Part of going through a divorce is familiarizing yourself with new legal terminology. This includes differentiating between the four different types of child custody. Knowing which type of custody is best for you and your children, will help you navigate your divorce case with ease.
Child custody is a general, overarching term which covers everything related to the welfare and upbringing of a child. This covers parental rights, obligations, and much more.
The parent who is granted legal custody of their child is the individual responsible for making important decisions for the child, including but not limited to:
- Education (which schools the children will attend)
- General welfare (what extracurricular activities they will participate in)
Sole legal custody means one parent alone has this right. This type of custody works where one parent is absent or deemed unfit to parent. Joint legal custody means both parents share these decision-making rights and must cooperate to determine what they consider is in the best interest of their child. It is in joint legal custody arrangements where parents typically disagree.
Physical custody refers to where the child will reside, or which house the child will stay at and when. Often in this scenario, the other parent will have the right to visitation. Physical custody can be either sole or jointly shared.
Sole custody is where the child will live with one parent exclusively. This parent has both legal and physical custody of the child. The courts typically avoid this type of agreement when possible as having both parents in a child’s life is important and considered in the best interest of a child. This custody arrangement may only be a fit if one parent is deemed unfit or it is impossible for both parents to parent together.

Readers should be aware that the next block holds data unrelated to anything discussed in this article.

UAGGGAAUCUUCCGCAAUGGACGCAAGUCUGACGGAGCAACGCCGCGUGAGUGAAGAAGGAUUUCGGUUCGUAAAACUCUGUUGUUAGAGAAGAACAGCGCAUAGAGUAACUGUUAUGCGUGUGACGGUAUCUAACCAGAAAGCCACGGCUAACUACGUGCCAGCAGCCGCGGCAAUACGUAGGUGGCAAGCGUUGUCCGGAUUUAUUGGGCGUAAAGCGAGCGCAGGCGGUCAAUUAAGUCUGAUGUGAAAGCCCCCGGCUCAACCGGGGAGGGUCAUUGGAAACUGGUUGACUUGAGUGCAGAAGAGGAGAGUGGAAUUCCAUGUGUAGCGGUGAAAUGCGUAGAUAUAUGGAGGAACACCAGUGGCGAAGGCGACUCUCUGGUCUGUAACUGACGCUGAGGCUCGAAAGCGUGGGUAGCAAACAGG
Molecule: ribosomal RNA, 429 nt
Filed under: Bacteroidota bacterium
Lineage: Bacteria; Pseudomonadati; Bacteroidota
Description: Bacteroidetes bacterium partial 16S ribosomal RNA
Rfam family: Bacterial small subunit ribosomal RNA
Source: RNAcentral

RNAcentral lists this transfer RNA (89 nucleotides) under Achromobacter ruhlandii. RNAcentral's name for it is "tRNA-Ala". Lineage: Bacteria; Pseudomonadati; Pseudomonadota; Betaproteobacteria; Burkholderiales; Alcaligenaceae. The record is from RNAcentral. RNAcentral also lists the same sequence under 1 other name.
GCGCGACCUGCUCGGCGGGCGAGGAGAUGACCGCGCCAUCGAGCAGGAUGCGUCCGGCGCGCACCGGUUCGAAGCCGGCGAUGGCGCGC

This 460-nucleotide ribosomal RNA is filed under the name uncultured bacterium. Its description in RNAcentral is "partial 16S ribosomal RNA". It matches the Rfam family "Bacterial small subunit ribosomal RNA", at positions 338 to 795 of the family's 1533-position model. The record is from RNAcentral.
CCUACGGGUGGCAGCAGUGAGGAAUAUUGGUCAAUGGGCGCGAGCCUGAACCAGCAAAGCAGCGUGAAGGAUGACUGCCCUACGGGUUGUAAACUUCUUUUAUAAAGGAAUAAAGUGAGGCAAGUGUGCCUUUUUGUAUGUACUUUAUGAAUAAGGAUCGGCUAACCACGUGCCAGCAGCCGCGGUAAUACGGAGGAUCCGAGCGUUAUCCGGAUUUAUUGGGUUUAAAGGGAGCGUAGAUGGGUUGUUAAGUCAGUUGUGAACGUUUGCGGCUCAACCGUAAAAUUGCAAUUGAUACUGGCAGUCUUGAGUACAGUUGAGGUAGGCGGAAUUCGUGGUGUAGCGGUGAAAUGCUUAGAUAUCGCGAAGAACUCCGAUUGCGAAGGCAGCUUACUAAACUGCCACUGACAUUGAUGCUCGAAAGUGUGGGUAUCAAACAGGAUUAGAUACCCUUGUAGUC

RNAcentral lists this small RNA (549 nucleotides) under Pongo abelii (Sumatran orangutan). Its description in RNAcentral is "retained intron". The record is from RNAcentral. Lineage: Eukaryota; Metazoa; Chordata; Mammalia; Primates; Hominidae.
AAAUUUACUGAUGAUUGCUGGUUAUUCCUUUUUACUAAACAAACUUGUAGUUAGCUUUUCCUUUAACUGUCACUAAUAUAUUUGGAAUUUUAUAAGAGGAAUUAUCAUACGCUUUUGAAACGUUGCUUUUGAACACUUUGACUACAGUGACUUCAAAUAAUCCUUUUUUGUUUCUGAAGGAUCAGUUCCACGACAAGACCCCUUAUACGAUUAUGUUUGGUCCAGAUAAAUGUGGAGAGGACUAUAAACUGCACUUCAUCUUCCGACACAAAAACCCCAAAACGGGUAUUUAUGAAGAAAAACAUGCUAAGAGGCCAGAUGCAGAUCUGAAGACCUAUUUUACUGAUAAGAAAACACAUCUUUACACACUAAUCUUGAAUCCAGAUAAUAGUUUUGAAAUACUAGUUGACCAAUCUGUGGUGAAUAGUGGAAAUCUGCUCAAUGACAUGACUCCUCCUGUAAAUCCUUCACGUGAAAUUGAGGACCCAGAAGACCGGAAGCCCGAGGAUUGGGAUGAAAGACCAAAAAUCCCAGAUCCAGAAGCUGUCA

Joint custody is where both parents participate together to raise their child. They may either have legal custody or physical custody or both. Joint physical custody works best when both parents live near one another. The court often awards joint legal custody, which is where both parents are given the decision-making power to raise their child.
Advantages and Disadvantages of Joint Custody
The biggest advantage of joint custody is that it keeps both parents involved in the child’s life. In this scenario everyone wins. Joint custody gives the responsibility of raising a child on both parents instead of having one parent do it alone.
On the negative side, it may be hard to continue to see your ex-spouse. Also, having to share time with your ex-spouse could be stressful and time-consuming for both parents and the child.
For additional questions about child custody, contact our firm online or call us at (949) 577-7935.